In terms of SWATS, it means considering not just new rail lines that service parts of the south including the airport as the Mayor envisages (and AKT has been strongly advocating)  but it could be an increase in roads, motorways, bus lanes, busways or light rail.

And indeed there are those who argue why would we need anything but buses when we already have a bus service of sorts.

Apologies for my cynicism but I worry we will end up with a plan for more roading improvements to the airport along with some cycle lane and more frequent airport bus services. Especially after the Government knocked the idea of North Shore rail for a six because of the success of the busway. I can hear the same knockers saying we have plenty of bus to the airport options. and we just need to increase them.

Having seen expensive management reports drown in meaningless jargon while companies sink, I always worry about buzz words fudging real decision making.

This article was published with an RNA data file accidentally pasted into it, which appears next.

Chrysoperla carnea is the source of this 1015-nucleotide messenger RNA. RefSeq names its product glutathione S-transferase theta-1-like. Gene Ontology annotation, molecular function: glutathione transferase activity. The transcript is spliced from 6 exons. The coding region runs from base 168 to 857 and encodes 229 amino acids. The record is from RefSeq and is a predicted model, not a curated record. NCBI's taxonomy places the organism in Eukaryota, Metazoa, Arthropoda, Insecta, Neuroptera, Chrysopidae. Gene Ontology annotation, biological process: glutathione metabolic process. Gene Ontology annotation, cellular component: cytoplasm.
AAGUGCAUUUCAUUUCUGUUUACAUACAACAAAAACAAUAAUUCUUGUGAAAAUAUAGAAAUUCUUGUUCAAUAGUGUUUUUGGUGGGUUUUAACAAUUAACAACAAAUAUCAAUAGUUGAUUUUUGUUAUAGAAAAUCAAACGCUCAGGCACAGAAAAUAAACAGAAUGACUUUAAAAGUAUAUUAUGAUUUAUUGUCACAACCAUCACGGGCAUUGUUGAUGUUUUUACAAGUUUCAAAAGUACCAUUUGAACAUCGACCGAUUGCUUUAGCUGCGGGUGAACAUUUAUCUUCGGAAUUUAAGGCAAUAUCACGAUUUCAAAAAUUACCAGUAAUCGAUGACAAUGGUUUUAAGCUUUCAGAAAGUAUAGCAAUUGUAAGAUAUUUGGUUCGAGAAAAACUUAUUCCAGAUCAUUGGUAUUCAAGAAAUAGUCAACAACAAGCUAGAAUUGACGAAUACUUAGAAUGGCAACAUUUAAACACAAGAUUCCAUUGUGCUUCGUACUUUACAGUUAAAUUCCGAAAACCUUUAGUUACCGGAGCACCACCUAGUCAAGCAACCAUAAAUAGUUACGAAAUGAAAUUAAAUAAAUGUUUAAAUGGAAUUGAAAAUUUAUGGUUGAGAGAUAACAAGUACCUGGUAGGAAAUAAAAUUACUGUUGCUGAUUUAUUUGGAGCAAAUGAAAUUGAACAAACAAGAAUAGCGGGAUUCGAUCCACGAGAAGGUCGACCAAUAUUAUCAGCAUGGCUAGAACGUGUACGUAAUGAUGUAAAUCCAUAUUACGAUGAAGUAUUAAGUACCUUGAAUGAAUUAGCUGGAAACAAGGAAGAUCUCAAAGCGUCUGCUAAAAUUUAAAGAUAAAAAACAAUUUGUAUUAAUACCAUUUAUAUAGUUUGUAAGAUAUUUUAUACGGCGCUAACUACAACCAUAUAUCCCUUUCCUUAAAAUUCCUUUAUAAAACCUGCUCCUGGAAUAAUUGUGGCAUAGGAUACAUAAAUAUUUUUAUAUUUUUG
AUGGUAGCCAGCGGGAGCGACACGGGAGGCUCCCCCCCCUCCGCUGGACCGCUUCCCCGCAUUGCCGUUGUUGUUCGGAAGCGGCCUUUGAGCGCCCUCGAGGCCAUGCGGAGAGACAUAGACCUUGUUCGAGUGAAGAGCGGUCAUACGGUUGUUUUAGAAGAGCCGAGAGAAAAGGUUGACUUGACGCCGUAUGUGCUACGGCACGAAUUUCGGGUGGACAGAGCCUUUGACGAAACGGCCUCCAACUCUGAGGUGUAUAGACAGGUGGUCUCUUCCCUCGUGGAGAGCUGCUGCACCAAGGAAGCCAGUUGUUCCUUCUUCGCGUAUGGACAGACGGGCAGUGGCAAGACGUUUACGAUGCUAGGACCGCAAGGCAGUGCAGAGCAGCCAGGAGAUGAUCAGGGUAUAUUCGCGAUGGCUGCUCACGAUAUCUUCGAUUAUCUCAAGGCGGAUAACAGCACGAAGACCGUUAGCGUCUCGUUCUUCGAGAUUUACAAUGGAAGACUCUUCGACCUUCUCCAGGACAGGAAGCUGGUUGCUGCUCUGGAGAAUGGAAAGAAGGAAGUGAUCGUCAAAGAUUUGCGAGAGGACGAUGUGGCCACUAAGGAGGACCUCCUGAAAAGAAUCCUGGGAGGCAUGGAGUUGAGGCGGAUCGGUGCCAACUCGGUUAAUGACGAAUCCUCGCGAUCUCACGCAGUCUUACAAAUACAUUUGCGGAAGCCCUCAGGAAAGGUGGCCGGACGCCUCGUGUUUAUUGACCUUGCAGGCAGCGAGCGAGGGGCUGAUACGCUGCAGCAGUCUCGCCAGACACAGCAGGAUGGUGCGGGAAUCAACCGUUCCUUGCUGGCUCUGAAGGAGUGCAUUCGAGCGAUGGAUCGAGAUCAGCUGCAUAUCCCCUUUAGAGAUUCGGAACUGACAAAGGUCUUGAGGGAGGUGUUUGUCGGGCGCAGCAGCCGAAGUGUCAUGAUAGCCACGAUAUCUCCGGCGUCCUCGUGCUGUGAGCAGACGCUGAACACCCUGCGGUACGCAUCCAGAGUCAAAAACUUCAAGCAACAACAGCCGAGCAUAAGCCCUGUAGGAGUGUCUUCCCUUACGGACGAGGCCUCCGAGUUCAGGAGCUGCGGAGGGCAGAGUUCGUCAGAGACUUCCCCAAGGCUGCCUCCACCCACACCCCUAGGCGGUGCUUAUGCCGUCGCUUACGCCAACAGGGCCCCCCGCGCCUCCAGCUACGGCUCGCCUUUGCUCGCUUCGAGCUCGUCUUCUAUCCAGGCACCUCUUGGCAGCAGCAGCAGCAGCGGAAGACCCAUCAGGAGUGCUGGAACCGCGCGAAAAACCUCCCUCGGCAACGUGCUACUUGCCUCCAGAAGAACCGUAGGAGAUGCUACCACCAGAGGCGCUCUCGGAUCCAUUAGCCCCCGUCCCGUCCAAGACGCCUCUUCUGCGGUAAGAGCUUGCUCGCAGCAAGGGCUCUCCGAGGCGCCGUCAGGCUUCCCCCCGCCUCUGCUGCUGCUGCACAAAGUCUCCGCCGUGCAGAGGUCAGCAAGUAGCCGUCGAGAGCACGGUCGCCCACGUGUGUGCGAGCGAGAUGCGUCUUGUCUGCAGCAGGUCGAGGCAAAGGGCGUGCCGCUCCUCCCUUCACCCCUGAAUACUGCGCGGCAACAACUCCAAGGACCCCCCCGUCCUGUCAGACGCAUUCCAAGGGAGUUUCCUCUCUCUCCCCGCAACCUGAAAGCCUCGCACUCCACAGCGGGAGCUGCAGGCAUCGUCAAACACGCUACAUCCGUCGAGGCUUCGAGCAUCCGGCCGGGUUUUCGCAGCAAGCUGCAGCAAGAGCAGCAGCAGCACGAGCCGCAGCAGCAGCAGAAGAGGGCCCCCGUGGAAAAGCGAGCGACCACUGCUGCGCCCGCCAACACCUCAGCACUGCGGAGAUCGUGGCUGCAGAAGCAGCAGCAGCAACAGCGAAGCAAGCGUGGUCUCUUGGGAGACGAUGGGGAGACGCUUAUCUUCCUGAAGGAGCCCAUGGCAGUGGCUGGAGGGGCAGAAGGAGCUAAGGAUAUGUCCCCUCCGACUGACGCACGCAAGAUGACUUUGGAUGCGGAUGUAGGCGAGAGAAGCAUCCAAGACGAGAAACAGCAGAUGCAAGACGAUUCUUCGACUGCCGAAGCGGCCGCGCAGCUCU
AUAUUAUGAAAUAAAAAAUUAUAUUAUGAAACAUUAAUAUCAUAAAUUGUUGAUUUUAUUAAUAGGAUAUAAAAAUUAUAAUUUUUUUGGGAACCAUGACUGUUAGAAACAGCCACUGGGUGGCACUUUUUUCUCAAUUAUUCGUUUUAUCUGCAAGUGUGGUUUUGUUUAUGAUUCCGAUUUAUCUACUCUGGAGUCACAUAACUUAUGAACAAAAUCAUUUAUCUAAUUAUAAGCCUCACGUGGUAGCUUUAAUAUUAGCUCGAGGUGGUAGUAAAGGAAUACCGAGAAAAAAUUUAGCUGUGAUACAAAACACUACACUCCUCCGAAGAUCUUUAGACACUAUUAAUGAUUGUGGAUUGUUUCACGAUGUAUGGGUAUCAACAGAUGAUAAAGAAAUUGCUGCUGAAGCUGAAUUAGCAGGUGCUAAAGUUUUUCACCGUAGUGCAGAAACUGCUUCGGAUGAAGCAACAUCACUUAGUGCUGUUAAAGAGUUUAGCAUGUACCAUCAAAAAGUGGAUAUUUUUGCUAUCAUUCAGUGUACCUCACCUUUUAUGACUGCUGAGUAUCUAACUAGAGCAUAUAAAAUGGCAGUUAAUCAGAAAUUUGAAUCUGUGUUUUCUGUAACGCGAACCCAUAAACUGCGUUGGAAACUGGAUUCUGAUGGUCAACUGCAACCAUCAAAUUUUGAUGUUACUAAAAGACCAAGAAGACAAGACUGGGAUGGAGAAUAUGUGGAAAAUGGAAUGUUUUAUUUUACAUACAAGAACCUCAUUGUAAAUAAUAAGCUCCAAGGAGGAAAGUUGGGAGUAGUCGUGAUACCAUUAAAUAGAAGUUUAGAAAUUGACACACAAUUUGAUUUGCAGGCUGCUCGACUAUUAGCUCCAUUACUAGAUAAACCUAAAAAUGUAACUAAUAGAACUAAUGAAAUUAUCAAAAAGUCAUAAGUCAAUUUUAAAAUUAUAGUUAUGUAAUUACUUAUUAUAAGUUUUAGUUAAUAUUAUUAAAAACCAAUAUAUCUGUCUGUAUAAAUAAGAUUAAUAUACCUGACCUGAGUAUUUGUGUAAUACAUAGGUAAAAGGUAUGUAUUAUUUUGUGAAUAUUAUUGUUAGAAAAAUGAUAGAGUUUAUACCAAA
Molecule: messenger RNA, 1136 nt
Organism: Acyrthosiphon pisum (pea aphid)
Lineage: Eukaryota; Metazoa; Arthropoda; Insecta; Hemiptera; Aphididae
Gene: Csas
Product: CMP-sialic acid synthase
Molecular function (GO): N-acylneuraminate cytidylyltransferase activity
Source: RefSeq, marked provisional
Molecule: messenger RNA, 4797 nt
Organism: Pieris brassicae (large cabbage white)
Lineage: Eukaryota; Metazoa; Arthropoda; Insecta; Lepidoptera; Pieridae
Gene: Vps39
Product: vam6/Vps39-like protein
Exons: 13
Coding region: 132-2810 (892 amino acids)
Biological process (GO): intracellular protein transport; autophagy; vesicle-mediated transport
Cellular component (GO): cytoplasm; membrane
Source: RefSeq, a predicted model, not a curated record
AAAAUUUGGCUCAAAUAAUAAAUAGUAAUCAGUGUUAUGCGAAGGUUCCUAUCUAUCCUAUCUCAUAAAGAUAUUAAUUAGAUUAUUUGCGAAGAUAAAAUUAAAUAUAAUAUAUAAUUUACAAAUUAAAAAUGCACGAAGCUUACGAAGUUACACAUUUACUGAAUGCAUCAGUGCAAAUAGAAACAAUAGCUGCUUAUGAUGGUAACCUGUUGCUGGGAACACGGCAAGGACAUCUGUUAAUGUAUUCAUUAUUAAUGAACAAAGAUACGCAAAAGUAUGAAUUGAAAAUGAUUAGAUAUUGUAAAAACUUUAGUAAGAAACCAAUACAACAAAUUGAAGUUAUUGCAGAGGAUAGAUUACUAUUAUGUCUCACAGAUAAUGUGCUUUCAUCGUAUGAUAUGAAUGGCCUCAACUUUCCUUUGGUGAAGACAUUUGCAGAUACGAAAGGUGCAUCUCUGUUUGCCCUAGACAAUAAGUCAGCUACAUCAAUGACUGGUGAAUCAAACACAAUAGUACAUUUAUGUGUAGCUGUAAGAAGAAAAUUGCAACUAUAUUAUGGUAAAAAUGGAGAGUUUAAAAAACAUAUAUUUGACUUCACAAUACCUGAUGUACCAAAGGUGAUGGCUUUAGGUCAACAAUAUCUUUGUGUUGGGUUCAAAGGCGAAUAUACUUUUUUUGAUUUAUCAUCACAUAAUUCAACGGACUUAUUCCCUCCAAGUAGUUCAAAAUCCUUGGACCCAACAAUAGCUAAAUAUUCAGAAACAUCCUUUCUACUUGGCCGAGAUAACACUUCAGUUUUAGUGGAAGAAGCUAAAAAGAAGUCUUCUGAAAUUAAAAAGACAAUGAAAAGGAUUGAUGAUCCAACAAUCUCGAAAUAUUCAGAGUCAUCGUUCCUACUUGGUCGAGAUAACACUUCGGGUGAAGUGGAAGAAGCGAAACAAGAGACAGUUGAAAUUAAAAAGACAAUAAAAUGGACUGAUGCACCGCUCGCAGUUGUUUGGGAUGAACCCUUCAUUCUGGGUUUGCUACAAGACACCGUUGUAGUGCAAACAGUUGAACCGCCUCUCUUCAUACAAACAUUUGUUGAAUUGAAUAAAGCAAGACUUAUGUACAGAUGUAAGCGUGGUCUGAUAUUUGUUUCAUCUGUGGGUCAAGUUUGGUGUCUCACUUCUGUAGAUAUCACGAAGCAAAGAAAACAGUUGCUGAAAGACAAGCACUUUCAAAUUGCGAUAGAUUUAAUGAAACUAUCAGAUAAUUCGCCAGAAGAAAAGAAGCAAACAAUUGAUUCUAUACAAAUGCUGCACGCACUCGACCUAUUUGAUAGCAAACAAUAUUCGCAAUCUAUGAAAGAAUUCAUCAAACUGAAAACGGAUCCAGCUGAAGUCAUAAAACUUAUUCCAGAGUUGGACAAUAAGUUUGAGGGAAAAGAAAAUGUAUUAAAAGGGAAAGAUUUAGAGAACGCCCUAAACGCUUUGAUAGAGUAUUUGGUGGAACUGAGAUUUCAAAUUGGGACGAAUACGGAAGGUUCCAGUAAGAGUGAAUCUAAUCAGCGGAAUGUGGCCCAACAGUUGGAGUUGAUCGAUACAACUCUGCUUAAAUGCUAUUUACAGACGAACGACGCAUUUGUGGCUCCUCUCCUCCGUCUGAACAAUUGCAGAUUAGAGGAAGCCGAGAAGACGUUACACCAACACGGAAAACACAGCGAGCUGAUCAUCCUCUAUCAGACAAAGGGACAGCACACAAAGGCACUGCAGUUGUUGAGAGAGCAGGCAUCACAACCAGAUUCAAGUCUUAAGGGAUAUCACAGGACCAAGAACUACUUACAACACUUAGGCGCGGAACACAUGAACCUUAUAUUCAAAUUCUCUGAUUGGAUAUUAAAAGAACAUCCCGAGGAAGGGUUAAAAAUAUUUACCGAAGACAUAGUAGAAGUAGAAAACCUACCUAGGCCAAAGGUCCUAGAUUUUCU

If the study’s final document is full of multimodal jargon, that will be a pity.






  1. Patrick R says:

    yeah, yeah, yeah, the grubby hand of our friends at Infratil and the AK Chamber of Commerce busy fighting to make sure they get 100% of any spending sent their way again. This study has been done before, the rail line is already most of the way there, so instead of making an efficient traffic free service for everyone in SW AK, let’s really make it really Multimodal and so everyone can walk a bit, cycle, a bit, swim the Manukau then skateboard into town.

    Hard not to get just a little bit cynical about the vested interests opposing rail in Auckland.

  2. Feijoa says: